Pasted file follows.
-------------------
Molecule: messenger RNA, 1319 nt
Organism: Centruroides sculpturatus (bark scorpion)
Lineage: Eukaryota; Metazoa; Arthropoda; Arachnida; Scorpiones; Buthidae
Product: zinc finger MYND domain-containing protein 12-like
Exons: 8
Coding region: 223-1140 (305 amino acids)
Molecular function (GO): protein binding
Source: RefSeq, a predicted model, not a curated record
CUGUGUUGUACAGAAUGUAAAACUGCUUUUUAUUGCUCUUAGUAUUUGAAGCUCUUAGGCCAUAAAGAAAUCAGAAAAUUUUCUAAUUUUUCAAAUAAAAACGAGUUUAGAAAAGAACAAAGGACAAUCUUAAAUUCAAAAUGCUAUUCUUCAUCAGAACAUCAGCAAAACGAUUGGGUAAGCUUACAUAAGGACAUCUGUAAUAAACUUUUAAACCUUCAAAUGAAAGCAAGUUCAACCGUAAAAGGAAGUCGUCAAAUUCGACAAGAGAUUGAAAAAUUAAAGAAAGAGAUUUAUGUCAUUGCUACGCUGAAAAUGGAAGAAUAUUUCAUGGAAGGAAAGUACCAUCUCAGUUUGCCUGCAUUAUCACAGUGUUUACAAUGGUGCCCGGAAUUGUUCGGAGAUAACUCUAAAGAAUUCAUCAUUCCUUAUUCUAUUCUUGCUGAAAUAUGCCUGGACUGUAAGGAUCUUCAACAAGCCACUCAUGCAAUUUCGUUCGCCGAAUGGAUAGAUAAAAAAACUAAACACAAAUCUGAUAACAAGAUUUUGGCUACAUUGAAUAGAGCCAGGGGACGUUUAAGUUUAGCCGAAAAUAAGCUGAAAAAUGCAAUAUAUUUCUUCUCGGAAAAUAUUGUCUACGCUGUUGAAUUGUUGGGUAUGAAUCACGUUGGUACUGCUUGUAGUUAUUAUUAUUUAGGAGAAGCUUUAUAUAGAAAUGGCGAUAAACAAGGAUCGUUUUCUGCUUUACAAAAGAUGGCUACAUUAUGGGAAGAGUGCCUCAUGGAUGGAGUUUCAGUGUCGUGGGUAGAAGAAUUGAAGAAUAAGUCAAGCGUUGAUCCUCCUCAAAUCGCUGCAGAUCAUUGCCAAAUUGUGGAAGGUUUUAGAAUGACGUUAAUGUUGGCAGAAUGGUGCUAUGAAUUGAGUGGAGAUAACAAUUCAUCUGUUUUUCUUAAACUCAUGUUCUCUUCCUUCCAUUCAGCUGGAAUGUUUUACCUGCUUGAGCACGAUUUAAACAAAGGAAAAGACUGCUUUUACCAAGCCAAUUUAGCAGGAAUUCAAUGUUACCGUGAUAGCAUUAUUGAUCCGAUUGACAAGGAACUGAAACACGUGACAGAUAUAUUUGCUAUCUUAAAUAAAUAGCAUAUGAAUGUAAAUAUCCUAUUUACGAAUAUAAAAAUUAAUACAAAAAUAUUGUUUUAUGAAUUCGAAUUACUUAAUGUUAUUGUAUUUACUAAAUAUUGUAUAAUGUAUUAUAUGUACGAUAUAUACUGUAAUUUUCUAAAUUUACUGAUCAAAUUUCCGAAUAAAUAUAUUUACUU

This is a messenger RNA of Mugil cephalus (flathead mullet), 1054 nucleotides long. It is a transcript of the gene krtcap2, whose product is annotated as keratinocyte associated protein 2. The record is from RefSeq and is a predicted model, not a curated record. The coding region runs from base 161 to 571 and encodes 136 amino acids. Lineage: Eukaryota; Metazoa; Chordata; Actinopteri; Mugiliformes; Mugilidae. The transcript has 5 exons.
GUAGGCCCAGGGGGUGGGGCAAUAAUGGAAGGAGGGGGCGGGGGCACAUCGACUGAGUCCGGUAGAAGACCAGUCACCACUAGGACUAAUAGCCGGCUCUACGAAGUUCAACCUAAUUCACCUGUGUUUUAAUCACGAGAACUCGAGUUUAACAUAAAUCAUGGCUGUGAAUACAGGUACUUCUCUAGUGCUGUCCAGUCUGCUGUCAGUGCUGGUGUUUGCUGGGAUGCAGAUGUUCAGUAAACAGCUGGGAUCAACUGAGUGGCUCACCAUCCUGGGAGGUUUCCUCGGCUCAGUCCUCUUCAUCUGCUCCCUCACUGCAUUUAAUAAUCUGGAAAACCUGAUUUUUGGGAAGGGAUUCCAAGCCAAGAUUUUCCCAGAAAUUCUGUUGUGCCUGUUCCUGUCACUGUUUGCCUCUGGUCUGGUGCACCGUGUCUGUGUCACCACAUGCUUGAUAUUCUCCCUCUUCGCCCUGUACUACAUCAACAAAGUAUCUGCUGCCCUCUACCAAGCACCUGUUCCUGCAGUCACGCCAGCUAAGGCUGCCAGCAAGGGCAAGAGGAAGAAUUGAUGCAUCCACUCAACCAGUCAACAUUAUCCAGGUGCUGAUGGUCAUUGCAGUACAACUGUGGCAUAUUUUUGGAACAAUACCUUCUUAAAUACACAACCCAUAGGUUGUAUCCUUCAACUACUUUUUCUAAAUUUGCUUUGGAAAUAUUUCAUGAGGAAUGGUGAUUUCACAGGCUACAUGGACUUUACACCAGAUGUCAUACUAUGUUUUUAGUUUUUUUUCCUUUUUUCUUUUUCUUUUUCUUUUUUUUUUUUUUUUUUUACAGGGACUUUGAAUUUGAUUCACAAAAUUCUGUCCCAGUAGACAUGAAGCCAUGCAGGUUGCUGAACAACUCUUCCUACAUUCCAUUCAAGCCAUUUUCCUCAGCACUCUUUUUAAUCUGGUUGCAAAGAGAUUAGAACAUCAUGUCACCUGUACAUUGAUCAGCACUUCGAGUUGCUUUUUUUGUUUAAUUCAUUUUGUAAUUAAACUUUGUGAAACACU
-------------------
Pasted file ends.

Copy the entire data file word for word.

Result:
Molecule: messenger RNA, 1319 nt
Organism: Centruroides sculpturatus (bark scorpion)
Lineage: Eukaryota; Metazoa; Arthropoda; Arachnida; Scorpiones; Buthidae
Product: zinc finger MYND domain-containing protein 12-like
Exons: 8
Coding region: 223-1140 (305 amino acids)
Molecular function (GO): protein binding
Source: RefSeq, a predicted model, not a curated record
CUGUGUUGUACAGAAUGUAAAACUGCUUUUUAUUGCUCUUAGUAUUUGAAGCUCUUAGGCCAUAAAGAAAUCAGAAAAUUUUCUAAUUUUUCAAAUAAAAACGAGUUUAGAAAAGAACAAAGGACAAUCUUAAAUUCAAAAUGCUAUUCUUCAUCAGAACAUCAGCAAAACGAUUGGGUAAGCUUACAUAAGGACAUCUGUAAUAAACUUUUAAACCUUCAAAUGAAAGCAAGUUCAACCGUAAAAGGAAGUCGUCAAAUUCGACAAGAGAUUGAAAAAUUAAAGAAAGAGAUUUAUGUCAUUGCUACGCUGAAAAUGGAAGAAUAUUUCAUGGAAGGAAAGUACCAUCUCAGUUUGCCUGCAUUAUCACAGUGUUUACAAUGGUGCCCGGAAUUGUUCGGAGAUAACUCUAAAGAAUUCAUCAUUCCUUAUUCUAUUCUUGCUGAAAUAUGCCUGGACUGUAAGGAUCUUCAACAAGCCACUCAUGCAAUUUCGUUCGCCGAAUGGAUAGAUAAAAAAACUAAACACAAAUCUGAUAACAAGAUUUUGGCUACAUUGAAUAGAGCCAGGGGACGUUUAAGUUUAGCCGAAAAUAAGCUGAAAAAUGCAAUAUAUUUCUUCUCGGAAAAUAUUGUCUACGCUGUUGAAUUGUUGGGUAUGAAUCACGUUGGUACUGCUUGUAGUUAUUAUUAUUUAGGAGAAGCUUUAUAUAGAAAUGGCGAUAAACAAGGAUCGUUUUCUGCUUUACAAAAGAUGGCUACAUUAUGGGAAGAGUGCCUCAUGGAUGGAGUUUCAGUGUCGUGGGUAGAAGAAUUGAAGAAUAAGUCAAGCGUUGAUCCUCCUCAAAUCGCUGCAGAUCAUUGCCAAAUUGUGGAAGGUUUUAGAAUGACGUUAAUGUUGGCAGAAUGGUGCUAUGAAUUGAGUGGAGAUAACAAUUCAUCUGUUUUUCUUAAACUCAUGUUCUCUUCCUUCCAUUCAGCUGGAAUGUUUUACCUGCUUGAGCACGAUUUAAACAAAGGAAAAGACUGCUUUUACCAAGCCAAUUUAGCAGGAAUUCAAUGUUACCGUGAUAGCAUUAUUGAUCCGAUUGACAAGGAACUGAAACACGUGACAGAUAUAUUUGCUAUCUUAAAUAAAUAGCAUAUGAAUGUAAAUAUCCUAUUUACGAAUAUAAAAAUUAAUACAAAAAUAUUGUUUUAUGAAUUCGAAUUACUUAAUGUUAUUGUAUUUACUAAAUAUUGUAUAAUGUAUUAUAUGUACGAUAUAUACUGUAAUUUUCUAAAUUUACUGAUCAAAUUUCCGAAUAAAUAUAUUUACUU

This is a messenger RNA of Mugil cephalus (flathead mullet), 1054 nucleotides long. It is a transcript of the gene krtcap2, whose product is annotated as keratinocyte associated protein 2. The record is from RefSeq and is a predicted model, not a curated record. The coding region runs from base 161 to 571 and encodes 136 amino acids. Lineage: Eukaryota; Metazoa; Chordata; Actinopteri; Mugiliformes; Mugilidae. The transcript has 5 exons.
GUAGGCCCAGGGGGUGGGGCAAUAAUGGAAGGAGGGGGCGGGGGCACAUCGACUGAGUCCGGUAGAAGACCAGUCACCACUAGGACUAAUAGCCGGCUCUACGAAGUUCAACCUAAUUCACCUGUGUUUUAAUCACGAGAACUCGAGUUUAACAUAAAUCAUGGCUGUGAAUACAGGUACUUCUCUAGUGCUGUCCAGUCUGCUGUCAGUGCUGGUGUUUGCUGGGAUGCAGAUGUUCAGUAAACAGCUGGGAUCAACUGAGUGGCUCACCAUCCUGGGAGGUUUCCUCGGCUCAGUCCUCUUCAUCUGCUCCCUCACUGCAUUUAAUAAUCUGGAAAACCUGAUUUUUGGGAAGGGAUUCCAAGCCAAGAUUUUCCCAGAAAUUCUGUUGUGCCUGUUCCUGUCACUGUUUGCCUCUGGUCUGGUGCACCGUGUCUGUGUCACCACAUGCUUGAUAUUCUCCCUCUUCGCCCUGUACUACAUCAACAAAGUAUCUGCUGCCCUCUACCAAGCACCUGUUCCUGCAGUCACGCCAGCUAAGGCUGCCAGCAAGGGCAAGAGGAAGAAUUGAUGCAUCCACUCAACCAGUCAACAUUAUCCAGGUGCUGAUGGUCAUUGCAGUACAACUGUGGCAUAUUUUUGGAACAAUACCUUCUUAAAUACACAACCCAUAGGUUGUAUCCUUCAACUACUUUUUCUAAAUUUGCUUUGGAAAUAUUUCAUGAGGAAUGGUGAUUUCACAGGCUACAUGGACUUUACACCAGAUGUCAUACUAUGUUUUUAGUUUUUUUUCCUUUUUUCUUUUUCUUUUUCUUUUUUUUUUUUUUUUUUUACAGGGACUUUGAAUUUGAUUCACAAAAUUCUGUCCCAGUAGACAUGAAGCCAUGCAGGUUGCUGAACAACUCUUCCUACAUUCCAUUCAAGCCAUUUUCCUCAGCACUCUUUUUAAUCUGGUUGCAAAGAGAUUAGAACAUCAUGUCACCUGUACAUUGAUCAGCACUUCGAGUUGCUUUUUUUGUUUAAUUCAUUUUGUAAUUAAACUUUGUGAAACACU